Picture yourself in a an emotionally charged room full of people screaming, "Do more!" and "You're doing too much!" all at the same time. The bottom line is when BLM tries to take a reasonable middle ground position, a vast majority of the interest groups walk away upset that the BLM didn't provide more of what they wanted when perhaps they should take stock of the big picture and be more appreciative of what BLM is accomplishing.
The grim reality is that there are people in Congress and elsewhere that are growing increasingly annoyed with wild horse and burro groups that can never seem to agree, that demand expensive solutions without consideration of where the money is coming from and that continually bash the agency that is trying to get the work done. More and more I'm hearing statements such as "Why are we spending this kind of money on these horses?" and "We're investing millions so that a few hundred horse enthusiasts can get cheap horses."
(Of course the answer isn't that simple, either. Please see Wild Horse & Burro Economics.)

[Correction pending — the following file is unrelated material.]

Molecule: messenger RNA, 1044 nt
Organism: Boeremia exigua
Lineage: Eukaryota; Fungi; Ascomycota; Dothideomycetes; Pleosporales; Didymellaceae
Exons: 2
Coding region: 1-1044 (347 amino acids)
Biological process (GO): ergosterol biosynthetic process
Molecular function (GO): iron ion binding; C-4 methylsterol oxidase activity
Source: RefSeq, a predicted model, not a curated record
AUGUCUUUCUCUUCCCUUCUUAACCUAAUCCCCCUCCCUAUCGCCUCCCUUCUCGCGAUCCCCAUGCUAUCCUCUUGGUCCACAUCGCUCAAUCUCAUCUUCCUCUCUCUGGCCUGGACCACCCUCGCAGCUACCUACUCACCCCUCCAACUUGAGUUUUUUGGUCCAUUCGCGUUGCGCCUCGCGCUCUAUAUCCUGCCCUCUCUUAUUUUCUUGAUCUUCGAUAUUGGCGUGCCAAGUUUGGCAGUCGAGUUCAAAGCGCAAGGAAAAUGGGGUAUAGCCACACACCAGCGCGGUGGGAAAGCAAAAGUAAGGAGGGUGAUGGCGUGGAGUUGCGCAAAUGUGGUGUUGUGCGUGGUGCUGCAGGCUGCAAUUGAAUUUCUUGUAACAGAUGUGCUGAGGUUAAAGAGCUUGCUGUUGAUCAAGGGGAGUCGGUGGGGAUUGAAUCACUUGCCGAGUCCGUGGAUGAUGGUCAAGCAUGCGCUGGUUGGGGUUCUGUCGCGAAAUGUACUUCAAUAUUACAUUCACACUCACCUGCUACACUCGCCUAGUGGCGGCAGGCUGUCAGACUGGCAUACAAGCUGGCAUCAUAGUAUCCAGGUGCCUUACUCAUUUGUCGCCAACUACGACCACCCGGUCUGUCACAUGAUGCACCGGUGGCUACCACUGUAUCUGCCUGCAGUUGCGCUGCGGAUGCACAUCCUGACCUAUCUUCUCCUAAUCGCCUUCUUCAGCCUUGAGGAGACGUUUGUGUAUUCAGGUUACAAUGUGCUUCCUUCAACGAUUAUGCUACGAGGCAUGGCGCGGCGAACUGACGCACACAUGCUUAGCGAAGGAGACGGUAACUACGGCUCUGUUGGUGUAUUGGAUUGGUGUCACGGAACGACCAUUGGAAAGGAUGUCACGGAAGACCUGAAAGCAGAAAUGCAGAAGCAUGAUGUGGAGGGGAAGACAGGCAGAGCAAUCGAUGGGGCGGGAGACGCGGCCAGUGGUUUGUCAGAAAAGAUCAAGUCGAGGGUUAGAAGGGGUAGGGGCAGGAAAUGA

There are increasing demands that the BLM get a better handle on its program costs. While many of us have successfully fought back some potentially horrendous cuts to the Wild Horse and Burro Program, Congress and influential fiscal conservatives are growing tired of an expensive program which in their eyes doesn't do much for the country in general, and which appears to them to be for a bunch of bickering people that can't even agree as to whether or not the program is any good.
BLM oftentimes has to make some hard decisions, some where economic sense prevails over what we would prefer from the standpoint of benefitting a particular group of horses. Yet unless someone is prepared to come up with an endless supply of money, unpopular decisions will have to be made. So the issues we fight over shouldn't be whether BLM should do something that it can't possibly do due to impositions and constraints, but rather how we should cooperate, coordinate mitigation efforts and making the best of the cards that are being dealt by the people in Congress that control the funding.
Cruelty is yielding to the romantic notion that the horses should be allowed to roam free, unimpeded by man, to multiply at a rate of 17% or more until they stretch the limits of their environment. Then, and especially if weather conditions are unfavorable, they should slowly die in a frantic and desperate search for food and water, wiping out fragile plant communities, usually causing game and innocent native animals to suffer and die with them, and sometimes causing such environmental damage that it takes years for more fragile ranges to recover. What you often have in areas when the herds are not appropriately managed is not a humane approach to wildlife management, but simply "horse pollution."